Days Blur Together

I arrived home on December 30th with my son’s ashes.

I gently placed his ashes on his bed in his bedroom, opened the drapes so his soul could see the trees and sunlight. I placed his favorite things beside him…his beloved phone…his connection to the physical world because he could no longer go outside except occasionally. His back scratcher and a flash light, in lieu of a call button. 

I leave the light on for him at night. He always kept a light on. I placed a family portraiture near by and an angel to watch over him. Each morning and night I go in and give him the days agenda and remind him he did not die because he will always live within my heart. At night, I go on and recall the days activity with him and kneel and say a prayer. I leave the light on. 

When cards come, I read them to him and leave them close by. He loved getting cards. He would examine each corner and study the card as if he could feel the person who sent it.

Will I forget in time the hole that he left? I am told it gets better. I hope so. I miss him.

A Day for Fathers

I remember the first Father’s Day after Daddy died. “It was the worst of times,it was the best of times.”

Recalling all our days in the sun and rain, learning how to drive (Daddy put me in the truck and said to drive to the church and back). I did as he said and at 14 I was driving our truck. I was a sickly child and it seemed he took up more time with me. As time went by he seemed to have less time to take with just me but I knew he loved me. 

When we found out my son was very ill, that same father came to help him be as well as any other child, taught him he was not different, and that he could do other things even though he could not play sports. In a sports family this meant a lot because he could not play with his cousins. He was the outlier. Daddy made sure he was never left out. He learned to shoot and fish. He and Daddy watched baseball for hours and both knew the stats exactly for their teams.

 They played cards….Daddy taught him poker lol.
Daddy, every Sunday would go and get the Sunday paper for everyone…go in, sit a spell and then go to the next house. It seemed everyone loved my Daddy. 

Yes, he was an alcoholic. Yes, Mother grumbled at him but they had the prettiest yard in the community working together to make our little frame house look like a fairy castle.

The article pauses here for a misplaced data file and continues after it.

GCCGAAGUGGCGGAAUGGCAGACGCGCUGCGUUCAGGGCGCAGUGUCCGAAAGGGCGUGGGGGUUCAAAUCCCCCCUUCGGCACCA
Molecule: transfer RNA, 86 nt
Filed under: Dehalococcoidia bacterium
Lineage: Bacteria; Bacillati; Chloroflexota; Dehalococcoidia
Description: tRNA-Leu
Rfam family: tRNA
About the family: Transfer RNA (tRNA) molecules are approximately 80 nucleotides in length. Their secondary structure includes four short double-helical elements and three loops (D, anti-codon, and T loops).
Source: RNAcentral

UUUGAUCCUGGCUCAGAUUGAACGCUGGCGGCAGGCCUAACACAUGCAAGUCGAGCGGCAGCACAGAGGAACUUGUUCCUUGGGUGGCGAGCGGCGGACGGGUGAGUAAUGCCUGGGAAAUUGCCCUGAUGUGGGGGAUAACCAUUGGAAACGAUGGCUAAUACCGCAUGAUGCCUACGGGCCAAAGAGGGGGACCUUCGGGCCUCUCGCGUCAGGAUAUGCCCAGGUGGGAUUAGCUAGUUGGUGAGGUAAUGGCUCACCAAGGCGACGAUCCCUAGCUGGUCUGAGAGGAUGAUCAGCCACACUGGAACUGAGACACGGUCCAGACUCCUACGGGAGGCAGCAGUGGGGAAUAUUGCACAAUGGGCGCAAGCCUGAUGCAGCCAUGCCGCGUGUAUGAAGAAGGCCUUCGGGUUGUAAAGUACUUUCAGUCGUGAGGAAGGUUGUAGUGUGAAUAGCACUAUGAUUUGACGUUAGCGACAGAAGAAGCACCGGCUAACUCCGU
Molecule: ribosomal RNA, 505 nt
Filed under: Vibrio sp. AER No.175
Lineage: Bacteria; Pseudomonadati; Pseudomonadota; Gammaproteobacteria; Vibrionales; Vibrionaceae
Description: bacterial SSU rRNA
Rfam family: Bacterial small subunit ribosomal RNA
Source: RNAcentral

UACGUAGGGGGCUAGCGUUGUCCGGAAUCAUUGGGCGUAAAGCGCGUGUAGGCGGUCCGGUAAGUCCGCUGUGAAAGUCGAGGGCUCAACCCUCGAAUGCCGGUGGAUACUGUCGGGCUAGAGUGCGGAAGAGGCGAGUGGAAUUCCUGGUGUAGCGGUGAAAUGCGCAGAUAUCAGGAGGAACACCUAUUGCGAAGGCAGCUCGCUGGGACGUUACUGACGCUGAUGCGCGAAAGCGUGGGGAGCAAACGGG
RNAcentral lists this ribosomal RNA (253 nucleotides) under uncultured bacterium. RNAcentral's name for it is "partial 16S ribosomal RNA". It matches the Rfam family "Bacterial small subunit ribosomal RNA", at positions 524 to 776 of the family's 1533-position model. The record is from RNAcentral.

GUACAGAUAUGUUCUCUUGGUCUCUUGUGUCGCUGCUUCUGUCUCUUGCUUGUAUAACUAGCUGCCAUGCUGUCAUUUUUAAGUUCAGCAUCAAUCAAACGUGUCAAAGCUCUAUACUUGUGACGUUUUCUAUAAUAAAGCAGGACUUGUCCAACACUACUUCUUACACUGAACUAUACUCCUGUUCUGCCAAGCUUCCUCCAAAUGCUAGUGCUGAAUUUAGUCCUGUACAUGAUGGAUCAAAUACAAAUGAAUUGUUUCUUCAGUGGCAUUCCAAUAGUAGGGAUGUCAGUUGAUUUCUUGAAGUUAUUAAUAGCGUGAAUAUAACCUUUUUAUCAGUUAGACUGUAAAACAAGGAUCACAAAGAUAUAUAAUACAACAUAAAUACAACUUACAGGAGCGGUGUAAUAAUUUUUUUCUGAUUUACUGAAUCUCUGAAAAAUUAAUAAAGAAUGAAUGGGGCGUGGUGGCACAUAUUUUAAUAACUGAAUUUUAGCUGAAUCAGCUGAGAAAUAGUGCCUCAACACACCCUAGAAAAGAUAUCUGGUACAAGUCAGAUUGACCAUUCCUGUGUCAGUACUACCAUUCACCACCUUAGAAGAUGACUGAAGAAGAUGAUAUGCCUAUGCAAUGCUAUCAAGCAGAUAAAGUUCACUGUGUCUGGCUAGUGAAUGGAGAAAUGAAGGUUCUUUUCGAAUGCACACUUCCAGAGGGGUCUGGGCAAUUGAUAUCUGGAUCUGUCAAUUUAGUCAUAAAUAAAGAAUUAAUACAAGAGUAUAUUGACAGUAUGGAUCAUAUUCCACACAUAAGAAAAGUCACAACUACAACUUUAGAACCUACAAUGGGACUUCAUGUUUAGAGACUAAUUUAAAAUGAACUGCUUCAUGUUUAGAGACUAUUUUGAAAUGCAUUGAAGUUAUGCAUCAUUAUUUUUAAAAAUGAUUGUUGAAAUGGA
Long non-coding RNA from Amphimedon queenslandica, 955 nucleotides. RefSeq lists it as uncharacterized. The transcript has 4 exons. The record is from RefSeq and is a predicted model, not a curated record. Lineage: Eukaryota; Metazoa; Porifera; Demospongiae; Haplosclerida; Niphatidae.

He would sit in the yellow rocker for hours in the evening talking about everything and nothing but you knew you were home when you heard his gravely voice telling his stories.

He loved to sit by the fire in winter, by the window in Mothers bedroom. He said as he neared the end, “I will miss the fire.”

Nothing was the same after Daddy died. Mother couldn’t keep the place up by herself. My brother did all he could but nothing looked like Daddy’s careful tending of the land around the house and barn. 

Through the years I have watched the house deteriorating and the dreams disappear. I stand and cry then as I did the day he died. Nothing stays the same, nor would we want it too. If I could choose one day in my life to relive I would choose a crisp fall day to sit on the back steps and watch Daddy chop wood…just an ordinary day at home.

Pity party

Trying out the voice function. 
Today I was going to have a pity party. And then I remembered, I will walk again, many will not. So Why am I going to have a pity party. I failed to remember that I have a great life.even if it is just for today. So many people are much sicker than I am. I am thankful for my health, I am thankful for my friends, I am thankful for my family, I am thankful for my place in the universe.

My sister and Rotherham in law.

New smaller me
My new book

Enough for now